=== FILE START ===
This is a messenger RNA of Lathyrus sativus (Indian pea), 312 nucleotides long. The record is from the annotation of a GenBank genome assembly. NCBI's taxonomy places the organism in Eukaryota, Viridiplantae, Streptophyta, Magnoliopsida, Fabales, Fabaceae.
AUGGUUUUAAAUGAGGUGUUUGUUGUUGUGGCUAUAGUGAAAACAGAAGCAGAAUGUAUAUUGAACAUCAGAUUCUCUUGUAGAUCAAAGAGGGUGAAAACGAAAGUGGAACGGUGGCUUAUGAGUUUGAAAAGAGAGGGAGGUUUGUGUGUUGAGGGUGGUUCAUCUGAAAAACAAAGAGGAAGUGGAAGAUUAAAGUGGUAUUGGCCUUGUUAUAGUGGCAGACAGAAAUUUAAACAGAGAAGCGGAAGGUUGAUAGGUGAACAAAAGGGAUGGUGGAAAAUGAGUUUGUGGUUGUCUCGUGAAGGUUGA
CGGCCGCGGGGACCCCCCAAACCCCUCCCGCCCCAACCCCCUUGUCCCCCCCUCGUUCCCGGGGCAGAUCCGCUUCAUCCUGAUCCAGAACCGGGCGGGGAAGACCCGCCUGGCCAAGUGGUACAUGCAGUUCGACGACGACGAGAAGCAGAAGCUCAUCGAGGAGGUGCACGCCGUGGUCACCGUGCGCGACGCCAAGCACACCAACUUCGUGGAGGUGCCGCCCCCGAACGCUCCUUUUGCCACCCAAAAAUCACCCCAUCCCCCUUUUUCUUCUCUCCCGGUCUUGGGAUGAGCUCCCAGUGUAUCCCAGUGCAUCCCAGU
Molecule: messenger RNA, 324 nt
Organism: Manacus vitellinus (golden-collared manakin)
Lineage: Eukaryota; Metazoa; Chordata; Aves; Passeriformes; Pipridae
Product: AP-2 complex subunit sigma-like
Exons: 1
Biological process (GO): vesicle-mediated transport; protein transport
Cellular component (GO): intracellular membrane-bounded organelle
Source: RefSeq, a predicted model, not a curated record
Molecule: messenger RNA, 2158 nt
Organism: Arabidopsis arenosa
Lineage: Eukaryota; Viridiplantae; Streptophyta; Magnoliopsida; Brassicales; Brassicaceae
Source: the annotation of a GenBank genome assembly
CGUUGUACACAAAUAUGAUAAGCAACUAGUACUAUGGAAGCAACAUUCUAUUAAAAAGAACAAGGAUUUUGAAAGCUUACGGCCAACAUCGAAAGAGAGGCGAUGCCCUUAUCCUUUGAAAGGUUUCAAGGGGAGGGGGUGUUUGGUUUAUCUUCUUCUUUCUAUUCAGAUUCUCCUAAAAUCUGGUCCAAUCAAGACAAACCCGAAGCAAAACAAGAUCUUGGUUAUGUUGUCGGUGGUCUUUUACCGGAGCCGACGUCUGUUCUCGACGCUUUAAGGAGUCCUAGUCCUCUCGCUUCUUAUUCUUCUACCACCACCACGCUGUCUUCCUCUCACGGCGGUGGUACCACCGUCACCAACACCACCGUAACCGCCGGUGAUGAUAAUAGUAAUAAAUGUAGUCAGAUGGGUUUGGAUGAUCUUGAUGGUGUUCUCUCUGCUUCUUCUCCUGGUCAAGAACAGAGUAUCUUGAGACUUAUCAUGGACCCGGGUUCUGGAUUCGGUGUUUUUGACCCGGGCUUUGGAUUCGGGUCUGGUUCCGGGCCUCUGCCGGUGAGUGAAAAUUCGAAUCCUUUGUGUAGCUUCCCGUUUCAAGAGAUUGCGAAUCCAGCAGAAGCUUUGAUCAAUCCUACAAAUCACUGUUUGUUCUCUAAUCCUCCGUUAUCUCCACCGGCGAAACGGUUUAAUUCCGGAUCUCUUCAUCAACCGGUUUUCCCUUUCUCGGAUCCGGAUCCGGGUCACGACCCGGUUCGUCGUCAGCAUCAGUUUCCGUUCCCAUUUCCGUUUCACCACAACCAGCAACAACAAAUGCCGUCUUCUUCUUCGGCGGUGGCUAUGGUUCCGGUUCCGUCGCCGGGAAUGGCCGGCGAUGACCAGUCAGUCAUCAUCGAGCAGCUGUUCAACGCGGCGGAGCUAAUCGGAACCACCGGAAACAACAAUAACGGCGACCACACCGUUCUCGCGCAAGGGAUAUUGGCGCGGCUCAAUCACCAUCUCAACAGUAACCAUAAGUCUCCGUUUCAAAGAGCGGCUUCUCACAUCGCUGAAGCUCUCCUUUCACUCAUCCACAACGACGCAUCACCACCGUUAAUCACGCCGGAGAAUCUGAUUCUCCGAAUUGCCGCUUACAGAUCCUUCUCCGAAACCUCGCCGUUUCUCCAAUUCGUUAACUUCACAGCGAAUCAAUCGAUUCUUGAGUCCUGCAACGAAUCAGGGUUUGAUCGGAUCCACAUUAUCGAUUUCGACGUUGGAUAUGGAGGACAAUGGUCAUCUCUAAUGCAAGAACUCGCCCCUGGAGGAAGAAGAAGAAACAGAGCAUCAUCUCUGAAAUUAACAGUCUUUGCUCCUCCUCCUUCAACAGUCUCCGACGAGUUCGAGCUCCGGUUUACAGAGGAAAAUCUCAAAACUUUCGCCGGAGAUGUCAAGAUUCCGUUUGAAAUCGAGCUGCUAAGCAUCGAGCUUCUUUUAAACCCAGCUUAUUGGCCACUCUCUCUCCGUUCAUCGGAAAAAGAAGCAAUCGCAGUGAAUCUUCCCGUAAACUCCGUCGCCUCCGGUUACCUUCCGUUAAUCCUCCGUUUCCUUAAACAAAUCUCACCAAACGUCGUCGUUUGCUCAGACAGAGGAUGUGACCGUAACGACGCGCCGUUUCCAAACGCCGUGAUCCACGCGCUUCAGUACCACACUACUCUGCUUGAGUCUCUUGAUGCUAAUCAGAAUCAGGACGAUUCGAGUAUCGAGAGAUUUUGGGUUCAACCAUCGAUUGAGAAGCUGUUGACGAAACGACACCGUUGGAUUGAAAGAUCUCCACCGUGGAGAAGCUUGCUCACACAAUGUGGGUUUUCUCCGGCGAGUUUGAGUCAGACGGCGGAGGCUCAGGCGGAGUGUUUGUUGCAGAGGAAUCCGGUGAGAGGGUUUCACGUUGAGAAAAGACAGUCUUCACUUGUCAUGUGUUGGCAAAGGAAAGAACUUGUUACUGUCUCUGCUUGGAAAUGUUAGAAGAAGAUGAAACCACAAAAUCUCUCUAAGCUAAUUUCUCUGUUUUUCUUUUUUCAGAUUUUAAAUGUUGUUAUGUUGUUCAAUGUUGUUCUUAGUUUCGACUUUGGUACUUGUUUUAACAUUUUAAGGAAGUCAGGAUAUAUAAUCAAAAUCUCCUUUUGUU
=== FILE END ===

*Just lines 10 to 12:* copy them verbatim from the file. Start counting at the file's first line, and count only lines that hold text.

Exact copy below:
Cellular component (GO): intracellular membrane-bounded organelle
Source: RefSeq, a predicted model, not a curated record
Molecule: messenger RNA, 2158 nt